Determinants of Death in the Hospital Among Older Adults

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Abstract

OBJECTIVES:

To investigate patient-level determinants of in-hospital death, adjusting for patient and regional characteristics.

DESIGN:

Using multivariable regression, the relationship between in-hospital death and participants’ social, functional, and health characteristics was investigated, controlling for regional Hospital Care Intensity Index (HCI) from the Dartmouth Atlas of Health Care.

SETTING:

The Health and Retirement Study, a longitudinal nationally representative cohort of older adults.

PARTICIPANTS:

People aged 67 and older who died between 2,000 and 2,006 (N = 3,539) were sampled.

MEASUREMENTS:

In-hospital death.

RESULTS:

Thirty-nine percent (n = 1,380) of participants died in the hospital (range 34% in Midwest to 45% in Northeast). Nursing home residence, functional dependence, and cancer or dementia diagnosis, among other characteristics, were associated with lower adjusted odds of in-hospital death. Being black or Hispanic, living alone, and having more medical comorbidities were associated with greater adjusted odds, as was higher HCI. Sex, education, net worth, and completion of an advance directive did not correlate with in-hospital death.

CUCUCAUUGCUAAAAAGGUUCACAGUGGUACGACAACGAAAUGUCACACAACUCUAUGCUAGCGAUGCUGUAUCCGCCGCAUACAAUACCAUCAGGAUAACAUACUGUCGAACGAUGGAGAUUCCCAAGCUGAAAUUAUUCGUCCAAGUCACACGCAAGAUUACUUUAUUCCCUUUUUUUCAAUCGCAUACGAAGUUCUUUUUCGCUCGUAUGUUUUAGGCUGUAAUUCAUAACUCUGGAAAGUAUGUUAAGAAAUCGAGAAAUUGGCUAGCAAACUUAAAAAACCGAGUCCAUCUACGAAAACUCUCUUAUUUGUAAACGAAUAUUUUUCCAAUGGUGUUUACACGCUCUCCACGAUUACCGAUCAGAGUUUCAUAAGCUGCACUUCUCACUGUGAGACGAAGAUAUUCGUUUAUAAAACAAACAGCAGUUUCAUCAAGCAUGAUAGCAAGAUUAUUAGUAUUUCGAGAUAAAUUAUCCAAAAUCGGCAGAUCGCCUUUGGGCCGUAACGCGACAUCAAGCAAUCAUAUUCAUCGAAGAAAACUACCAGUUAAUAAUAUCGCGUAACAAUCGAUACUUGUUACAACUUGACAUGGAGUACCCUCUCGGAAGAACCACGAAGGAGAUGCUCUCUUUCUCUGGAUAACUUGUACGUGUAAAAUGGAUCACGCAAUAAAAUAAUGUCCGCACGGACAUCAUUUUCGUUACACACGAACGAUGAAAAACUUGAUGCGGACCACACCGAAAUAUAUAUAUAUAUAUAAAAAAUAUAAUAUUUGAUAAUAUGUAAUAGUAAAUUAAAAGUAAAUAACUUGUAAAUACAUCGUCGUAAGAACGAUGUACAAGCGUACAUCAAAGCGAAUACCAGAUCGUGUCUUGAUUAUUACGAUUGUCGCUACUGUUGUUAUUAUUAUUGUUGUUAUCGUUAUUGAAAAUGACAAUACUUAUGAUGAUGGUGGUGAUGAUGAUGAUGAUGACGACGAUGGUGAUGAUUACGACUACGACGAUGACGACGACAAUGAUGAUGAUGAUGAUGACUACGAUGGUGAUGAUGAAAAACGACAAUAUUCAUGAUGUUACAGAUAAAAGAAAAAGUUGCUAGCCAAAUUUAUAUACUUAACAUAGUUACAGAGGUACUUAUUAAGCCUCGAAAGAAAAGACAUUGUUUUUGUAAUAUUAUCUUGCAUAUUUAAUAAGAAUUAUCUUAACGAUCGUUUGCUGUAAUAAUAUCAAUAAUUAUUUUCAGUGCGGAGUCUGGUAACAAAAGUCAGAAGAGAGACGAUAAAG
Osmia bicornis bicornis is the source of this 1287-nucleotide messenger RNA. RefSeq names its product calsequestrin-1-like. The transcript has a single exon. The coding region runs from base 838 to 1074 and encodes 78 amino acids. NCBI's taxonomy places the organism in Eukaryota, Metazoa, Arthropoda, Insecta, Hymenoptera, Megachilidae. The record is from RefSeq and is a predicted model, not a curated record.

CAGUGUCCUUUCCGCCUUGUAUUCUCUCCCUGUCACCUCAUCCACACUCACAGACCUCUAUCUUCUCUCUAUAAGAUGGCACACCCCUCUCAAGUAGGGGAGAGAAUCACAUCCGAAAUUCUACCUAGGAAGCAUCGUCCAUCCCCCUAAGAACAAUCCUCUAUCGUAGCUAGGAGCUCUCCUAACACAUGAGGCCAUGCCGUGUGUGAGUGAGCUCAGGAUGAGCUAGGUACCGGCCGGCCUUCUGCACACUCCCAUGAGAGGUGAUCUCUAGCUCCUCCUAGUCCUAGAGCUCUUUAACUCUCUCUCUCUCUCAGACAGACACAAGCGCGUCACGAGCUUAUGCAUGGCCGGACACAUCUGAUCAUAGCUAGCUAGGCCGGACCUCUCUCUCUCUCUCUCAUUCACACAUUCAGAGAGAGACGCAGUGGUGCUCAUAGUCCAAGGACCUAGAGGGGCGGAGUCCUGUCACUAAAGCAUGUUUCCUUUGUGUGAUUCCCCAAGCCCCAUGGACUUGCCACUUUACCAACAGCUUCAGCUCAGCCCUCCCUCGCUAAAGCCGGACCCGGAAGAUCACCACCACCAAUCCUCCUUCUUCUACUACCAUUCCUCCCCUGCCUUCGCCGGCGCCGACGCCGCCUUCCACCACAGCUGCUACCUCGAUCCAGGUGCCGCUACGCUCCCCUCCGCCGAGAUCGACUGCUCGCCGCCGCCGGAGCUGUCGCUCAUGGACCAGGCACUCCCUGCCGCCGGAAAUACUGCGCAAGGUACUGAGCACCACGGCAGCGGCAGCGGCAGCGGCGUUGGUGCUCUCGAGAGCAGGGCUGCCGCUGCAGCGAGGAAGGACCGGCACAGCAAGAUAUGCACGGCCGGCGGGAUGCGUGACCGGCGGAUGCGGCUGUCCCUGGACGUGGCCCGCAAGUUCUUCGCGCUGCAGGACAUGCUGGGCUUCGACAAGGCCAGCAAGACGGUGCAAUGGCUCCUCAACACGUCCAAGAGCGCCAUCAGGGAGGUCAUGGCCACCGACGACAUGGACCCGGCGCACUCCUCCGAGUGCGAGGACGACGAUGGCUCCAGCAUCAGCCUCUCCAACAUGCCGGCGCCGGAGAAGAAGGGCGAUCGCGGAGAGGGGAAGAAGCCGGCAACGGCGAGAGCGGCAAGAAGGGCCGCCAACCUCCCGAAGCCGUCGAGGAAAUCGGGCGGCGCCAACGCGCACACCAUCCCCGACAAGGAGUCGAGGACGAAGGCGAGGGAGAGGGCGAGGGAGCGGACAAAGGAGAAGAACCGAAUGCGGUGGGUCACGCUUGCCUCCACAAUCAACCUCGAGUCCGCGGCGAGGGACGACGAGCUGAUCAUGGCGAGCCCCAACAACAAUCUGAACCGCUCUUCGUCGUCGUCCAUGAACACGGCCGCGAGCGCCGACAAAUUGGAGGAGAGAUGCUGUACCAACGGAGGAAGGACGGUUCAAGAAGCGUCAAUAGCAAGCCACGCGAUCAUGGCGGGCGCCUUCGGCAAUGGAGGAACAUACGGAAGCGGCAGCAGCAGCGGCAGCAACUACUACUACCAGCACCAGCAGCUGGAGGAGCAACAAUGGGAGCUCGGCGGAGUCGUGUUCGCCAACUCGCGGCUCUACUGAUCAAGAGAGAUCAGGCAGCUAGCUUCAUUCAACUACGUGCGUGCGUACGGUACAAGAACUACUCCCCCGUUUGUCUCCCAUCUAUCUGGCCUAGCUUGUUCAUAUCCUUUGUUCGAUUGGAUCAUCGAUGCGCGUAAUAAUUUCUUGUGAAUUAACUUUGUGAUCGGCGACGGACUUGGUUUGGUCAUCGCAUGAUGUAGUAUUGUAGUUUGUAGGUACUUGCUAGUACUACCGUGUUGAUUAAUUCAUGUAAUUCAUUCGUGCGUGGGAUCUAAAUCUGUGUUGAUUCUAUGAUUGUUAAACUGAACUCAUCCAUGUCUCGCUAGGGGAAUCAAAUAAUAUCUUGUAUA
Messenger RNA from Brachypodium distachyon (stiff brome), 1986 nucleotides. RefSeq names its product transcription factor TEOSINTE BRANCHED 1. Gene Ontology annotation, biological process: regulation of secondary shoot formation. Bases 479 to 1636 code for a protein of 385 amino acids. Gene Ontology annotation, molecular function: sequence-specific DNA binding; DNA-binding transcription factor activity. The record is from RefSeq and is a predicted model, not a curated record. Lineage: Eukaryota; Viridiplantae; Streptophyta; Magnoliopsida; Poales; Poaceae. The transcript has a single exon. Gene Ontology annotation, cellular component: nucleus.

CONCLUSION:

Black race, Hispanic ethnicity, and other functional and social characteristics are correlates of in-hospital death, even after controlling for the role of HCI. Further work must be done to determine whether preferences, provider characteristics and practice patterns, or differential access to medical and community services drive this difference.

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